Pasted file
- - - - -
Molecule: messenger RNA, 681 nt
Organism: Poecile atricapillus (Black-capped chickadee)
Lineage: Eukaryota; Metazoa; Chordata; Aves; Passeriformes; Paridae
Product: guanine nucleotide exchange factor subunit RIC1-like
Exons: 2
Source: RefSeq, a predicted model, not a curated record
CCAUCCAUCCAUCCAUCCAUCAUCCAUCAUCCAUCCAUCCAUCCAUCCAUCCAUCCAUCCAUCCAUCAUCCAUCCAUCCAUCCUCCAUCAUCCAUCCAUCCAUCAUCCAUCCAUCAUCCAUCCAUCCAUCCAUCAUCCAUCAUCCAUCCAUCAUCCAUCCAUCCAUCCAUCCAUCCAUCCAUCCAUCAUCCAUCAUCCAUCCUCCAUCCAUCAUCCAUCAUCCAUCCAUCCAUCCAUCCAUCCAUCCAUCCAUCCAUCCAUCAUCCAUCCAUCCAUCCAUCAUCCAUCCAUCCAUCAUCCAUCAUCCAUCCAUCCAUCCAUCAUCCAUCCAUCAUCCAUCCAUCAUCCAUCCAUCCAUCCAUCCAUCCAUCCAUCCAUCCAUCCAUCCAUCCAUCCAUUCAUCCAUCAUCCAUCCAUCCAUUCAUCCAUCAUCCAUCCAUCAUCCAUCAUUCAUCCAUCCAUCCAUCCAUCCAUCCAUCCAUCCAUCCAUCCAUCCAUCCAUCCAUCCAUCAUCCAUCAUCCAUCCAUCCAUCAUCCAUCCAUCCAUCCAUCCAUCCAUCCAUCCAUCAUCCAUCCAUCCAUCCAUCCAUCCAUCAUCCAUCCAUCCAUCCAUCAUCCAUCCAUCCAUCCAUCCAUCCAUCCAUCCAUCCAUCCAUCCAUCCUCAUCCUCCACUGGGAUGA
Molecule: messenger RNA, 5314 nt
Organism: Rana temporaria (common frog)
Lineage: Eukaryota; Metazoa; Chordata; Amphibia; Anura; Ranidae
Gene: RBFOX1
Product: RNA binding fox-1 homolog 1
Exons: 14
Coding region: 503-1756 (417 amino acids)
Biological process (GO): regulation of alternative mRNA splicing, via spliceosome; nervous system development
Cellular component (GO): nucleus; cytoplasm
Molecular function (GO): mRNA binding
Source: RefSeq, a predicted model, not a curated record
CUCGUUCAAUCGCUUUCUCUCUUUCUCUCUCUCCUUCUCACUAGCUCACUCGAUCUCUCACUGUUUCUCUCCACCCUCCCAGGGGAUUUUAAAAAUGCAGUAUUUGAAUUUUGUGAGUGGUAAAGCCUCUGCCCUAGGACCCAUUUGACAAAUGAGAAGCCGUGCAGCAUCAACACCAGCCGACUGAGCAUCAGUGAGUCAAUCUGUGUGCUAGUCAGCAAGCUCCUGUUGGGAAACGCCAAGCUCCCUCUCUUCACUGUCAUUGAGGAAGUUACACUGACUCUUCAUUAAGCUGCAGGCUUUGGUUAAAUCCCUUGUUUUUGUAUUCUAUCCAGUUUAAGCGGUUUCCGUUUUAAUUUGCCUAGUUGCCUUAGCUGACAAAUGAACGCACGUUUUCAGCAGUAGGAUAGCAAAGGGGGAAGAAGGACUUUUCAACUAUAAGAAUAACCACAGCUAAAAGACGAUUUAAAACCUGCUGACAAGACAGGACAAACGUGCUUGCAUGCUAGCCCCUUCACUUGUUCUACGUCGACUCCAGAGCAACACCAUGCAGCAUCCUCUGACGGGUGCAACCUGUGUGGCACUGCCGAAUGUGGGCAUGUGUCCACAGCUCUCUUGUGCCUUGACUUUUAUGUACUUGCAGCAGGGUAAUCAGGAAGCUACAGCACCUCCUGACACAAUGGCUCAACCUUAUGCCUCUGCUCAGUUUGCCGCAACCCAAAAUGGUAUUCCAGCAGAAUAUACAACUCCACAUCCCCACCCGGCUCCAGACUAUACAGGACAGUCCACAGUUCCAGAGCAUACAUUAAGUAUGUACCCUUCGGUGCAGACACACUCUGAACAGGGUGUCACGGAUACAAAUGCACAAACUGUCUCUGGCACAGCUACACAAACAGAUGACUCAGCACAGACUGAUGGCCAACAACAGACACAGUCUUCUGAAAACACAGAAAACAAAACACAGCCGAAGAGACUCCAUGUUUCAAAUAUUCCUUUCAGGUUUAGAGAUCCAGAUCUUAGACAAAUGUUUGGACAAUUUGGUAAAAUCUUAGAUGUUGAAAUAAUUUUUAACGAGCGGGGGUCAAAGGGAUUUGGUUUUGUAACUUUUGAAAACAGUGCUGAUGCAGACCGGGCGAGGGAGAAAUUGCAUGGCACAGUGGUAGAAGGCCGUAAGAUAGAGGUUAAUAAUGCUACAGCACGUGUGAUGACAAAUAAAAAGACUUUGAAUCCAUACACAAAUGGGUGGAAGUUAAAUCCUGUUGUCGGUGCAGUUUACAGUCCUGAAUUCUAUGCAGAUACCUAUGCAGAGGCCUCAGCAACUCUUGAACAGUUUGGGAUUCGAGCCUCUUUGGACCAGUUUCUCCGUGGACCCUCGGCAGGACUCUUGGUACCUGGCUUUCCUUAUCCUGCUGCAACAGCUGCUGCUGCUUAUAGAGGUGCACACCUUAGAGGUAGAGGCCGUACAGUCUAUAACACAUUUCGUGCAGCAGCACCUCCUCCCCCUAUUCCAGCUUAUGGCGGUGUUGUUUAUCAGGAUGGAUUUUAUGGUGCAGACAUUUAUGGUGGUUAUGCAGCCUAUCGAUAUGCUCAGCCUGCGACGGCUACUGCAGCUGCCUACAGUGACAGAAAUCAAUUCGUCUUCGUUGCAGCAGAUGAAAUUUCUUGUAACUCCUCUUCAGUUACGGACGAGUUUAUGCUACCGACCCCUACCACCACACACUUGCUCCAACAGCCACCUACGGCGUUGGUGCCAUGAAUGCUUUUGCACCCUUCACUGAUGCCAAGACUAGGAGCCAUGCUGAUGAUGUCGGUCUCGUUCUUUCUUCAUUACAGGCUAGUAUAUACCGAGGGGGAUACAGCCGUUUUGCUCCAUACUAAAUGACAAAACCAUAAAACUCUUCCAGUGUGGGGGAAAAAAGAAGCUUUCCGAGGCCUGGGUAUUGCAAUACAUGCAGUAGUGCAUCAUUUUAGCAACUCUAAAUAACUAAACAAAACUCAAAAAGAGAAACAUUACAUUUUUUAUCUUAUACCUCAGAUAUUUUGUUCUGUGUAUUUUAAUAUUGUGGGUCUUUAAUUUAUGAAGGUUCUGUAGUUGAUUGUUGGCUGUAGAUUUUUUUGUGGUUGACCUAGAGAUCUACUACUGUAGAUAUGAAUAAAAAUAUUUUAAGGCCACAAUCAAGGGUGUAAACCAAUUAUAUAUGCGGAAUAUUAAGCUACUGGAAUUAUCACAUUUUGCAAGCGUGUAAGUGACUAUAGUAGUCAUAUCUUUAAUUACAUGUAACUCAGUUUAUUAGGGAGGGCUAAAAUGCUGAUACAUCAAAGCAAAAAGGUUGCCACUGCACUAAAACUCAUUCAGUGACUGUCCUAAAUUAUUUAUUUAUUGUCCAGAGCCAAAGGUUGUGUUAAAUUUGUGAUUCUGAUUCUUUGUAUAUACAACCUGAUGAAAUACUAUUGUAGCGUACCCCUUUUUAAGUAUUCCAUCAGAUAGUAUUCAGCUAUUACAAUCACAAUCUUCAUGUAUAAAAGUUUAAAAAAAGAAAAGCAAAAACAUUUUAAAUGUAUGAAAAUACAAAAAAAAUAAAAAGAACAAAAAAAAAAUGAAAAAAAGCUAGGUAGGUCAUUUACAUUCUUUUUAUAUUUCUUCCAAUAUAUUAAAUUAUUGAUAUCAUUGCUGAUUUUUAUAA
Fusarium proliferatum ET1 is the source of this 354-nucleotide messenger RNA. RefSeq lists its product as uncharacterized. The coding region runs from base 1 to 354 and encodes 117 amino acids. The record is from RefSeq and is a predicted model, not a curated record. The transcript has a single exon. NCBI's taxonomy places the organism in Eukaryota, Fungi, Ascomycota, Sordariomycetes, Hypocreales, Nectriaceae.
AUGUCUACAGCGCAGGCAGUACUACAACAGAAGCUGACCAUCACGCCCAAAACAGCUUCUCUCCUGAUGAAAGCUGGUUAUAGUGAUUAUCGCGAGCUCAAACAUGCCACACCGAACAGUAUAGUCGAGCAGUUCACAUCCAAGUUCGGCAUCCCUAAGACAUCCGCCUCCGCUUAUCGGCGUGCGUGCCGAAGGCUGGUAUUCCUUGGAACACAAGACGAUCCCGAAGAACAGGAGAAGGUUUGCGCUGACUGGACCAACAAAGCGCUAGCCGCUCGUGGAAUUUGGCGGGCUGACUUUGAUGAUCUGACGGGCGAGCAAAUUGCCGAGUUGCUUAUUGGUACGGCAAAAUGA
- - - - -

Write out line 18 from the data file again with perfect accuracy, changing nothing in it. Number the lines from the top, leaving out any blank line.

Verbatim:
Source: RefSeq, a predicted model, not a curated record